Some legal analysts argue that the impeachment of a president cannot constitutionally continue after the president’s term has expired. (Former federal appellate judge J. Michael Luttig argues here, law professors Bruce Ackerman and Gerard Magliocca are advancing the claim here.) The main reason the lawsuit is founded is simple: impeachment is a means of removing a president before the next election . After the President’s term of office has expired, the right to exist for the impeachment procedure ends. However, by confusing this understanding of impeachment, two early constitutions actually limited impeachment to after the director general’s term of office ended. These states did not allow the impeachment of a seated governor. Additionally, a Texas Supreme Court ruling in an impeachment case provides a practical reason why impeachments cannot be limited to sedentary executives.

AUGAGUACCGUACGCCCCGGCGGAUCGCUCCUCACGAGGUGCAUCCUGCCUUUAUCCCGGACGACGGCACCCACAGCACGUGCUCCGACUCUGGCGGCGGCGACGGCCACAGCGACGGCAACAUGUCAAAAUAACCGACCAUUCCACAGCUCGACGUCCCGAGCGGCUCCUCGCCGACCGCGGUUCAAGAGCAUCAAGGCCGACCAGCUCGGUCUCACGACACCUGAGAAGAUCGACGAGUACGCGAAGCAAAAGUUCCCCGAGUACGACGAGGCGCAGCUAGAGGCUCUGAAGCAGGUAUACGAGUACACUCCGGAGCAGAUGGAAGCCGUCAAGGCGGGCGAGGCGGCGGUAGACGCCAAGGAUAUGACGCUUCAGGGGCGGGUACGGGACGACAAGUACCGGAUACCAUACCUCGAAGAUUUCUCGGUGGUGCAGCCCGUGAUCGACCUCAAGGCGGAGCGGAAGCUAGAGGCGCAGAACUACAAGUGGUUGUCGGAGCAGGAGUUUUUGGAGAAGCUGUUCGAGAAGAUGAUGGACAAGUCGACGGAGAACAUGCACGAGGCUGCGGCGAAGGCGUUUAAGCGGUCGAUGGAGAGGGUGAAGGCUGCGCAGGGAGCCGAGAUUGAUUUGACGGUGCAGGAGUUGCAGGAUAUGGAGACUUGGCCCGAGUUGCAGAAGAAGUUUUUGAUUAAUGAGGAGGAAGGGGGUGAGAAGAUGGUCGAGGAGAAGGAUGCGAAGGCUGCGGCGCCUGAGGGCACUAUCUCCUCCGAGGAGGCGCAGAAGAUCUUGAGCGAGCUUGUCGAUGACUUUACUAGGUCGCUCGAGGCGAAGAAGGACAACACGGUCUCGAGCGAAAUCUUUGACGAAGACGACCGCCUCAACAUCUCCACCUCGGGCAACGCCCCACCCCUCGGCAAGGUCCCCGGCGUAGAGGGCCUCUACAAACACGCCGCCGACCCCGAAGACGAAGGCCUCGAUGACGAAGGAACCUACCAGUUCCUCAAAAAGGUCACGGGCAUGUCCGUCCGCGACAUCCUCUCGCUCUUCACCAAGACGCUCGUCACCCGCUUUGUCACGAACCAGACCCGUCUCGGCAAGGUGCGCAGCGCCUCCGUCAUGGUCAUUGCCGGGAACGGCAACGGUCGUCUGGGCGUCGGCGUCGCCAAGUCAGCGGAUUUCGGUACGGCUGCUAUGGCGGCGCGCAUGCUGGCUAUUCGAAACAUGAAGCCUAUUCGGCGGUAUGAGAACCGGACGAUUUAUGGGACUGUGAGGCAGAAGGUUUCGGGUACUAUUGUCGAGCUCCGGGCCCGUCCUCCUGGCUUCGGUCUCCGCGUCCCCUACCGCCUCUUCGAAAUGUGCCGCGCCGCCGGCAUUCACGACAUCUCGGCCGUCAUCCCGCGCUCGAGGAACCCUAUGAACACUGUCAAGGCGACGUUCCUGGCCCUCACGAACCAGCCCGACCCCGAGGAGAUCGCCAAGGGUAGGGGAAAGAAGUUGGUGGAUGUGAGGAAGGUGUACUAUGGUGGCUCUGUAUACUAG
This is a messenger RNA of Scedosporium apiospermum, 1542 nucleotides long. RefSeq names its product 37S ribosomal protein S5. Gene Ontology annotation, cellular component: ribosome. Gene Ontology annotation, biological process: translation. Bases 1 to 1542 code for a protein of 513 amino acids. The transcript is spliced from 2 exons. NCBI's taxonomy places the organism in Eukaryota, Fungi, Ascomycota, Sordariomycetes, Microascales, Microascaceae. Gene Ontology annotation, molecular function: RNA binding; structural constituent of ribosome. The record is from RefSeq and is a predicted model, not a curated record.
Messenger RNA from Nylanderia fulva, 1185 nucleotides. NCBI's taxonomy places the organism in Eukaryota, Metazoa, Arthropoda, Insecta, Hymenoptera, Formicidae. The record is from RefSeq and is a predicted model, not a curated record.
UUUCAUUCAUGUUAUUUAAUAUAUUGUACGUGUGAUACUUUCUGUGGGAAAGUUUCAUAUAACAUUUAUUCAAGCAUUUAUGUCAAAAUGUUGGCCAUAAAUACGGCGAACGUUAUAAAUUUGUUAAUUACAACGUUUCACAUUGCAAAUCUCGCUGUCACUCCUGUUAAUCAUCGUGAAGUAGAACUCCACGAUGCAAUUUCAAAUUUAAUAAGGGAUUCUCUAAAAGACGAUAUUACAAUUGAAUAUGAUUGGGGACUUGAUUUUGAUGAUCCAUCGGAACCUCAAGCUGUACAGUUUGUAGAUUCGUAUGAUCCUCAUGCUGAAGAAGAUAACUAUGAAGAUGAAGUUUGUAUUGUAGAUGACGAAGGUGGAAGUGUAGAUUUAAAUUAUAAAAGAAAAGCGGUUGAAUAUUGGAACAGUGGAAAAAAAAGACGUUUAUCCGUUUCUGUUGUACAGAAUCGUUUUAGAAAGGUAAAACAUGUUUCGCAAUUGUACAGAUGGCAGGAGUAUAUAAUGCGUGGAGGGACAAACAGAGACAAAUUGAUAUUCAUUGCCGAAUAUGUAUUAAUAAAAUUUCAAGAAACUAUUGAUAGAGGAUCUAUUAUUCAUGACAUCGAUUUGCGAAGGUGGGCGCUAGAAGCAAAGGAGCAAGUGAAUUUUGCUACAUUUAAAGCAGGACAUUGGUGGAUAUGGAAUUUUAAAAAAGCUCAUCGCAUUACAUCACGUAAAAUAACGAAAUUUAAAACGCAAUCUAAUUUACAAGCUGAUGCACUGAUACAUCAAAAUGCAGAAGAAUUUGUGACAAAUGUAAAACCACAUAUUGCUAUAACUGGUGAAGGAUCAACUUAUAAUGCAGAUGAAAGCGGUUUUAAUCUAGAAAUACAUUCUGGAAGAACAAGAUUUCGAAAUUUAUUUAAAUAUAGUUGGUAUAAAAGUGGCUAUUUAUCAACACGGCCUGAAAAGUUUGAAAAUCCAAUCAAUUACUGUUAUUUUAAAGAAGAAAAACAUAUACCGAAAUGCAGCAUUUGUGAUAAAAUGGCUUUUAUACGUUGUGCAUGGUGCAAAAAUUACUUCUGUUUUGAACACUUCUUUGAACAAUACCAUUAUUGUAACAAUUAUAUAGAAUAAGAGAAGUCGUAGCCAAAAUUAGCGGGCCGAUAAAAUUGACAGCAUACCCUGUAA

First, consider the impeachment of Texas Governor James E. Ferguson in 1917. Ferguson resigned from his position as governor before his Senate conviction, so he was not a seated governor when the Texas Senate made him impeachable condemned. He then tried again in 1924 to run for governor. The Texas Supreme Court ruled that Ferguson’s impeachment actually took place, even though Ferguson resigned from office prior to his Senate conviction.
The Texas Constitution, like the US Constitution, does not limit the sentence from impeachment to impeachment. Article XV, Section IV of the Texas Constitutions provides that “the sentence in impeachment cases includes only impeachment and disqualification from serving an honorary, trust, or profit position in that state.” This language is almost identical to the language of Article 1, Section 3 of the US Constitution. Both constitutions allow for future disability and disqualification as part of the outcome of an impeachment.